Light scattering makes it much easier to detect imperfections, variations, and irregularities that are very small. The particles are still large enough to be affected by light and to deflect it, and the scattering will make them more visible indirectly. The optical scatter-detection techniques can be used to calculate the turbidity of a water sample very quickly and accurately.
One of the limitations associated with using turbidity meters is the simple fact that people will need to use them to test water samples only. People cannot place one of these laser beams throughout an entire water source. They will need to make an estimation about the quality of an entire water source based on the samples that they test.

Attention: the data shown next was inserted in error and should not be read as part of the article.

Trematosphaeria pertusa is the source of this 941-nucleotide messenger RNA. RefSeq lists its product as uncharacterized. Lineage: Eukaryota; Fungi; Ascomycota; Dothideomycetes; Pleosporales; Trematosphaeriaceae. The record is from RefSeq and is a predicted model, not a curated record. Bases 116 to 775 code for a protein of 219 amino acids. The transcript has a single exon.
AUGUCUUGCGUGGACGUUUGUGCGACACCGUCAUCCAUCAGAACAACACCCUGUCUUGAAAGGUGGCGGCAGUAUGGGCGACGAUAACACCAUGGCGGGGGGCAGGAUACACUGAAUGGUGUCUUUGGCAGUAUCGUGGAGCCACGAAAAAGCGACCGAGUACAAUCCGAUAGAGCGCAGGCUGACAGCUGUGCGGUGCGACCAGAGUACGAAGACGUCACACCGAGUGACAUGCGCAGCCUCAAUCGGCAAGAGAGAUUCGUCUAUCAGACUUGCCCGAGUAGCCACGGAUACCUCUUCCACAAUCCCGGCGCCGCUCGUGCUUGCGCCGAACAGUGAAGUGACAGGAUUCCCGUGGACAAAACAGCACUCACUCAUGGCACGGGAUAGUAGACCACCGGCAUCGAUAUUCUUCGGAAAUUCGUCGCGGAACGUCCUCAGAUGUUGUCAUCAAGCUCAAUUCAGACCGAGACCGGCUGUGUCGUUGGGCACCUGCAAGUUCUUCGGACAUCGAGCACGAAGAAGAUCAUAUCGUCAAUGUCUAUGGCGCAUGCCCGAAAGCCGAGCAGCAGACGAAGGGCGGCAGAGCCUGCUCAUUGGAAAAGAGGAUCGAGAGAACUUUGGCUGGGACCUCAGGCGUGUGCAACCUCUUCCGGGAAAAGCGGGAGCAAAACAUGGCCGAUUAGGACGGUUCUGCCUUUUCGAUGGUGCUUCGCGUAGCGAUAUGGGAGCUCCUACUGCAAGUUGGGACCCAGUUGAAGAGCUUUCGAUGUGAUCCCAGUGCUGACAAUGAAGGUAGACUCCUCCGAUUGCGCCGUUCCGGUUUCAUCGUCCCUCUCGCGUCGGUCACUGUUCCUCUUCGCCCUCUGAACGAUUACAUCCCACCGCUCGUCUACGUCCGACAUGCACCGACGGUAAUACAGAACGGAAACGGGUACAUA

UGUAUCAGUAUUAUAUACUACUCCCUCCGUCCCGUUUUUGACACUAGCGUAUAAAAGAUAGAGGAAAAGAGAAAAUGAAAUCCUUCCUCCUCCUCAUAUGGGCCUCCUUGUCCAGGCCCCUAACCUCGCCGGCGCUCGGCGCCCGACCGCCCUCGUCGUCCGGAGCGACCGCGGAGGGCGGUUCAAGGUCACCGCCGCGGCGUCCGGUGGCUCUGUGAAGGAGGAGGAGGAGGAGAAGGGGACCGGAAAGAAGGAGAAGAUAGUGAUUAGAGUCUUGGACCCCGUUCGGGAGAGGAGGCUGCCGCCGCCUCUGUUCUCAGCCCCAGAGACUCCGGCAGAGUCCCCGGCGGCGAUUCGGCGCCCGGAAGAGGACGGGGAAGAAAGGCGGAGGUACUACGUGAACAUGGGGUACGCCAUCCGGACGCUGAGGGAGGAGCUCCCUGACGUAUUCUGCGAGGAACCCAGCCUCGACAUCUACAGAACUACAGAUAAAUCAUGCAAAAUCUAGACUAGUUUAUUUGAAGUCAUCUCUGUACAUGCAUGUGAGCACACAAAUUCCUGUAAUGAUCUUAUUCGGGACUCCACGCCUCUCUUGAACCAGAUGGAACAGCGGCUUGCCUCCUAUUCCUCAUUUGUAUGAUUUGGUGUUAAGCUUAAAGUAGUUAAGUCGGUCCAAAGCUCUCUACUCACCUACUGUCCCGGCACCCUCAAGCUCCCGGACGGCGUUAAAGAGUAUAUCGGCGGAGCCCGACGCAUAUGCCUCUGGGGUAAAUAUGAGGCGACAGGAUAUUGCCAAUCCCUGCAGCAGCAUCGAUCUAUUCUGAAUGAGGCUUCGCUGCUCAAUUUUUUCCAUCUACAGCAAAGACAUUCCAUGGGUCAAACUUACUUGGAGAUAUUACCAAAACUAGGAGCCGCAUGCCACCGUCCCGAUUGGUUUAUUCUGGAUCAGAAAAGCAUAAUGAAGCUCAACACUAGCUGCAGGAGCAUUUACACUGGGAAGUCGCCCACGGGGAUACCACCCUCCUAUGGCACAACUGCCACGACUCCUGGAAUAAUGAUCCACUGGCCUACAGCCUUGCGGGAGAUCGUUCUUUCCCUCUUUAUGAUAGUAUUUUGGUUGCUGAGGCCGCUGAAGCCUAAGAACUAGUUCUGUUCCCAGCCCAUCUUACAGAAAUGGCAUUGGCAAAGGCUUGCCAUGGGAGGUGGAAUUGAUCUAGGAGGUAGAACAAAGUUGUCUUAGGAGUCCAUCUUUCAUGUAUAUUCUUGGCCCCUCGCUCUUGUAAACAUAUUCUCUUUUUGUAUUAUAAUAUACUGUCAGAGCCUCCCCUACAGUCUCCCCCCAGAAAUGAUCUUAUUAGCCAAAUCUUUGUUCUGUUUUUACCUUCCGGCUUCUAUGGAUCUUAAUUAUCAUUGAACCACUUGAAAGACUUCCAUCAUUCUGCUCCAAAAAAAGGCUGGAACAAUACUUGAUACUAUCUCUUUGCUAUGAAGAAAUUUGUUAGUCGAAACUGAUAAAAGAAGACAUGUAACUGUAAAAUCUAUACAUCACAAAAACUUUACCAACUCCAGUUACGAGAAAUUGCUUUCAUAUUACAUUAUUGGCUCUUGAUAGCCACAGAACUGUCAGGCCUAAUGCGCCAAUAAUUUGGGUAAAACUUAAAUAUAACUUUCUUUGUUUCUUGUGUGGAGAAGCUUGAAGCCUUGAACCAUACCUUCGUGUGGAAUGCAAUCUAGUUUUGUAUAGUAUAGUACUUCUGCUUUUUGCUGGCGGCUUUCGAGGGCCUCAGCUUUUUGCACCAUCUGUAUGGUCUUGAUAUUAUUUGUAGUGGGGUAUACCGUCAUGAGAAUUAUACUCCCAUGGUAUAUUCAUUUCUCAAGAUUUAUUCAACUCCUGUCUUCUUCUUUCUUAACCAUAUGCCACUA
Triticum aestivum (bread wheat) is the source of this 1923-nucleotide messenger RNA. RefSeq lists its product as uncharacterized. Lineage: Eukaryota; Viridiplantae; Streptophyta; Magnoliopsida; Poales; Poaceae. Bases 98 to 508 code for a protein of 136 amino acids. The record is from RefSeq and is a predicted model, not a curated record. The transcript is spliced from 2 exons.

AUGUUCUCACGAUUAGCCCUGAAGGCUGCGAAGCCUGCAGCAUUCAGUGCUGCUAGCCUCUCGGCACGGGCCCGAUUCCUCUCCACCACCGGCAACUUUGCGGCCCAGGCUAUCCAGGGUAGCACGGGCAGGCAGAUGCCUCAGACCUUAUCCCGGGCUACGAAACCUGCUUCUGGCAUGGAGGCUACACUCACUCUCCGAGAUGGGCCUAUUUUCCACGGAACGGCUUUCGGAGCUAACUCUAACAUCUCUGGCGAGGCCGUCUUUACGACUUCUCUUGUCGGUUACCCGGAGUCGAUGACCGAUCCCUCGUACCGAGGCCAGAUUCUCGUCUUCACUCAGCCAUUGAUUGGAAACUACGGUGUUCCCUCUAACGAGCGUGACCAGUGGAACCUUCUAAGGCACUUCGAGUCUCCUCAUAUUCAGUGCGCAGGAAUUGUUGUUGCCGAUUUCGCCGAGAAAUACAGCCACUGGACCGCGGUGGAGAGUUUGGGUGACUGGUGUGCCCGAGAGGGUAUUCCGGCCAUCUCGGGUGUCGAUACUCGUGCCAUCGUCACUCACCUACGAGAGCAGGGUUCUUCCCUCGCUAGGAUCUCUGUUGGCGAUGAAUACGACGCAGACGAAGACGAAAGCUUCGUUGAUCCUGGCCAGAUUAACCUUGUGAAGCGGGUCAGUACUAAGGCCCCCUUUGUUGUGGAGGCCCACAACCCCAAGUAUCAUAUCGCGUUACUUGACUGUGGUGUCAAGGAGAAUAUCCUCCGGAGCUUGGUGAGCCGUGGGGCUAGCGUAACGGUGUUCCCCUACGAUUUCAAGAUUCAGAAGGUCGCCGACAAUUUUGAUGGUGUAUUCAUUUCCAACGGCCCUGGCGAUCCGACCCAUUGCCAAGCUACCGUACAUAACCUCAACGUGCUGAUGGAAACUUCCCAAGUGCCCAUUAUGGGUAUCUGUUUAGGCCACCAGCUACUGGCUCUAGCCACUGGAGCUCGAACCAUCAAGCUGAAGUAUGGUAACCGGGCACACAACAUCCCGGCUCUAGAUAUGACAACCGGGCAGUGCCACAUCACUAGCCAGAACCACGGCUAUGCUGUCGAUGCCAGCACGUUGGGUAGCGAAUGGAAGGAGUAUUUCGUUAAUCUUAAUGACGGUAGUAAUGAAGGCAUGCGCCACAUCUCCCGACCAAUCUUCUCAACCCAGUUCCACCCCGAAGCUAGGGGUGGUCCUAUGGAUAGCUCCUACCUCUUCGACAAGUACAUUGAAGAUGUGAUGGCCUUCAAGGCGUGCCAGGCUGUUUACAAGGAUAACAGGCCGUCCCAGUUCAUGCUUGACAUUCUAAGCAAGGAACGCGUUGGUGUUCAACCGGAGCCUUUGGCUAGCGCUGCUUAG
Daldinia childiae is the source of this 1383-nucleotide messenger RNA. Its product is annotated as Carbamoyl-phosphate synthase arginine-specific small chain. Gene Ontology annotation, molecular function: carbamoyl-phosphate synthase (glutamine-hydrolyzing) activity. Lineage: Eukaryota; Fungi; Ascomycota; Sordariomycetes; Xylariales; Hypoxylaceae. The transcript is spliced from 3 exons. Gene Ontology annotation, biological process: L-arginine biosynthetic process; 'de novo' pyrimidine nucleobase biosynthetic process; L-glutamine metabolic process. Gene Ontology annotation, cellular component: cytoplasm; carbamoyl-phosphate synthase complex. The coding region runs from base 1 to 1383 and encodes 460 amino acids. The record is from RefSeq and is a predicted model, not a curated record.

While scientists and water quality monitoring professionals will typically test multiple water samples at a site, they will still only be able to test a limited number of them. From there, they will have to extrapolate. It is true that the turbidity of one sample will tend to be similar to the turbidity of another sample, so the margin for error might be smaller than people think. Still, some water sources can flow according to strange patterns. Technically, nephelometry can only be used to test the turbidity of a water sample.